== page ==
On an afternoon in October, or the beginning of November--a fresh watery afternoon, when the turf and paths were rustling with moist, withered leaves, and the cold, blue sky was half hidden by clouds--dark grey streamers, rapidly mounting from the west, and boding abundant rain--I requested my young lady to forego her ramble, because I was certain of showers. She refused; and I unwillingly donned a cloak, and took my umbrella to accompany her on a stroll to the bottom of the park; a formal walk which she generally affected if low-spirited--and that she invariably was when Mr Edgar had been worse than ordinary, a thing never known from his confession, but guessed both by her and me, from his increased silence and the melancholy of his countenance. She went sadly on: there was no running or bounding now, though the chill wind might well have tempted her to a race. And often, from the side of my eye, I could detect her raising a hand, and brushing something off her cheek. I gazed round for a means of diverting her thoughts. On one side of the road rose a high, rough bank, where hazels and stunted oaks, with their roots half exposed, held uncertain tenure: the soil was too loose for the latter; and strong winds had blown some nearly horizontal. In summer, Miss Catherine delighted to climb along these trunks, and sit in the branches, swinging twenty feet above the ground; and I, pleased with her agility and her light, childish heart, still considered it proper to scold every time I caught her at such an elevation, but so that she knew there was no necessity for descending. From dinner to tea she would lie in her breeze-rocked cradle, doing nothing except singing old songs--my nursery lore--to herself, or watching the birds, joint tenants, feed and entice their young ones to fly: or nestling with closed lids, half thinking, half dreaming, happier than words can express.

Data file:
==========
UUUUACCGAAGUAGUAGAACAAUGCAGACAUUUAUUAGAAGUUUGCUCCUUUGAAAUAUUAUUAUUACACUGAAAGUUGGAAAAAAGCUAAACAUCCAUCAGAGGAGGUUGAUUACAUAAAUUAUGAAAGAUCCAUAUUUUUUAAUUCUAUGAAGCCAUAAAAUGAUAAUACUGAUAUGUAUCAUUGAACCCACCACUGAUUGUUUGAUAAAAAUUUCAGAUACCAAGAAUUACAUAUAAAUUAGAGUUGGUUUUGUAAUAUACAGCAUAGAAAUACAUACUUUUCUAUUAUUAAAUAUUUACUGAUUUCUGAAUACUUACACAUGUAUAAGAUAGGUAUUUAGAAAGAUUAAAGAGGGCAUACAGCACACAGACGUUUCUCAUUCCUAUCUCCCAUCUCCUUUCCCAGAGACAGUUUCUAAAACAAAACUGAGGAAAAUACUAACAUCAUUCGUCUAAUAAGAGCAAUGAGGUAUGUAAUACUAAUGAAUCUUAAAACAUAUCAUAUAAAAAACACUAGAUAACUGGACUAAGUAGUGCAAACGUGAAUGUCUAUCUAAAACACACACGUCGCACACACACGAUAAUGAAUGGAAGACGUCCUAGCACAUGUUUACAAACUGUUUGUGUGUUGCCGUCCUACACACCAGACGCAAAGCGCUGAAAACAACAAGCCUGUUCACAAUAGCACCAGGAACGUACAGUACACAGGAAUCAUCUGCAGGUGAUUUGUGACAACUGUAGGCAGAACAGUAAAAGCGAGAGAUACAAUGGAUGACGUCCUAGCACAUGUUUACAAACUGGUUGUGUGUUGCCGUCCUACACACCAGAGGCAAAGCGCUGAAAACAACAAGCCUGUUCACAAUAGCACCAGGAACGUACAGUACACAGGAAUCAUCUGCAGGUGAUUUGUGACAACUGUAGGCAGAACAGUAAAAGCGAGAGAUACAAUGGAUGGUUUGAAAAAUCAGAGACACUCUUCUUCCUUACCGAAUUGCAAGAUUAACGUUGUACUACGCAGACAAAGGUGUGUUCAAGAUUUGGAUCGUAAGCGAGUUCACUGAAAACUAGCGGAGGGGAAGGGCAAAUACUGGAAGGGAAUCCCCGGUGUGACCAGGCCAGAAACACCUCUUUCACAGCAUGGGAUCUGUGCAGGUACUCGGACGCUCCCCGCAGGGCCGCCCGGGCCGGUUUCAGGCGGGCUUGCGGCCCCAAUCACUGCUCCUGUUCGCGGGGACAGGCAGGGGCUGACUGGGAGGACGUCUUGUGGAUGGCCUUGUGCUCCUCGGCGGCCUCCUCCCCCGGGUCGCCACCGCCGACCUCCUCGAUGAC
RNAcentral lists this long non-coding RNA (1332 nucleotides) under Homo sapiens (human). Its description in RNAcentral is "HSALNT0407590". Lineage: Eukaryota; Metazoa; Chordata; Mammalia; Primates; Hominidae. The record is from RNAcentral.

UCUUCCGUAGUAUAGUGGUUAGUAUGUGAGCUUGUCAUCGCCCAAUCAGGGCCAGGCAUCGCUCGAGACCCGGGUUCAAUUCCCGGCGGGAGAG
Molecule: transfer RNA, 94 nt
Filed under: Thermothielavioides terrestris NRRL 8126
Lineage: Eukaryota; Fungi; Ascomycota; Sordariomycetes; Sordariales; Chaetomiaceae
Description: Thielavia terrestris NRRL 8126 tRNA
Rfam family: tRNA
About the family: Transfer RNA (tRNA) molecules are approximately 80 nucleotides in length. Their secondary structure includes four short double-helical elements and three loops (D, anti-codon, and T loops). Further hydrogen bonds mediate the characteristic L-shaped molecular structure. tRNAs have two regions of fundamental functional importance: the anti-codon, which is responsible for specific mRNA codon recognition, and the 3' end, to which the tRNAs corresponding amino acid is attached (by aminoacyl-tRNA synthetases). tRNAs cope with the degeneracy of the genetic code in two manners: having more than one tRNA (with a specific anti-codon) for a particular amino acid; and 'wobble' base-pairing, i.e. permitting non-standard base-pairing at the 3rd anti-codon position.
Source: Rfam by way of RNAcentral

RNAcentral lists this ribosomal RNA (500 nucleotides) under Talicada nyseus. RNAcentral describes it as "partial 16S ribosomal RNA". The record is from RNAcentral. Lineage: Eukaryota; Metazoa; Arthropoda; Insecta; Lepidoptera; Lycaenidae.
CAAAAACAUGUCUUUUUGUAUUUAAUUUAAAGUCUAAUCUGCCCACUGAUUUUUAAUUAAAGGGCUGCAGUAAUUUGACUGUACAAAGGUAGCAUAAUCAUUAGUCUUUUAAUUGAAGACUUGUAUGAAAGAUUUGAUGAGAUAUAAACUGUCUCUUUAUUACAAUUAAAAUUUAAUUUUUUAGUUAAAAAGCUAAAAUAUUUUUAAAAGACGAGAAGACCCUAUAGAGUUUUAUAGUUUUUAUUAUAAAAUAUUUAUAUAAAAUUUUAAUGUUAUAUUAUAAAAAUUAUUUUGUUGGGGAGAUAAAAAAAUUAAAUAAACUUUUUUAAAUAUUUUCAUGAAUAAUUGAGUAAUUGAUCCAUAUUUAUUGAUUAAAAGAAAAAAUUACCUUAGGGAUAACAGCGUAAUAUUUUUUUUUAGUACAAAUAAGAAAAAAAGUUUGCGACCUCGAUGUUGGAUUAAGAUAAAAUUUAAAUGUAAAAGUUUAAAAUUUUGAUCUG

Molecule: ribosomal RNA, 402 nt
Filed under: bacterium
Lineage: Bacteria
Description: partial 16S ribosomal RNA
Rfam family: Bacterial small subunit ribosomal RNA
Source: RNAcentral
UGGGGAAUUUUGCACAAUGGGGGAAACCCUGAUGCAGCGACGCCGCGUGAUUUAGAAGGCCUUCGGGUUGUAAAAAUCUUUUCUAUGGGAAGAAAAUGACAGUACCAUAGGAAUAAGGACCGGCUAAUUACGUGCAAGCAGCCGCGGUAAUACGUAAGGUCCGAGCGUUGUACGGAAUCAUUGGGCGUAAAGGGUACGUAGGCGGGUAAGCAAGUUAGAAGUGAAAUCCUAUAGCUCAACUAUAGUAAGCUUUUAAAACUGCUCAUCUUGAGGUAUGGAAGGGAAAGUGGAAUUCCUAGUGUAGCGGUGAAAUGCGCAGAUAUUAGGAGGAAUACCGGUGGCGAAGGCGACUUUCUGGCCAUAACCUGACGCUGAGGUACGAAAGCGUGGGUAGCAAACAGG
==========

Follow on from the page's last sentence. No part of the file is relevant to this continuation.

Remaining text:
十月的一个下午,或者是十一月初吧——一个清新欲雨的下午,落在草皮与小径上的潮湿的枯叶簌簌地发出响声,寒冷的蓝天有一半被云遮住了——深灰色的流云从西边迅速地升起,预报着大雨即将来临——我请求我的小姐取消她的散步,因为我看准要下大雨。她不肯,我无可奈何只好穿上一件外套,并且拿了我的伞,陪她溜达到园林深处去:这是碰上她情绪低落时爱走的一条路——当埃德加先生比平时病得厉害些时她一定这样,他自己从来没承认过他的病势加重,可凯蒂和我却可以从他脸上比以前更沉默、忧郁的神色上猜出来。她郁郁不快地往前走着,现在也不跑不跳了,虽然这冷风满可以引诱她跑跑,而且时不时地我可以从眼角里瞅见她把一只手抬起来,从她脸上揩掉什么。我向四下里呆望着,想办法岔开她的思想。路的一旁是一条不平坦的高坡,榛树和短小的橡树半露着根,不稳地竖在那里;这土质对于橡树来说是太松了,而强烈的风把有些树都吹得几乎要和地面平行了。在夏天,凯瑟琳小姐喜欢爬上这些树干,坐在离地两丈高的树枝上摇摆;我每一次看见她爬得那么高时,虽然很喜欢看她的活泼,也喜欢她那颗轻松的童心,然而我还是觉得该骂骂她,可是听着我这样骂,她也知道并没有下来的必要。从午饭后到吃茶时,她就躺在她那被微风摇动着的摇篮里,什么事也不作,只唱些古老的歌——我唱的催眠曲——给她自己听;或是看和她一同栖在枝头上的那些鸟喂哺它们的小雏,引它们飞起来;或是闭着眼睛舒舒服服地靠着,一半在思索,一半在作梦,快乐得无法形容。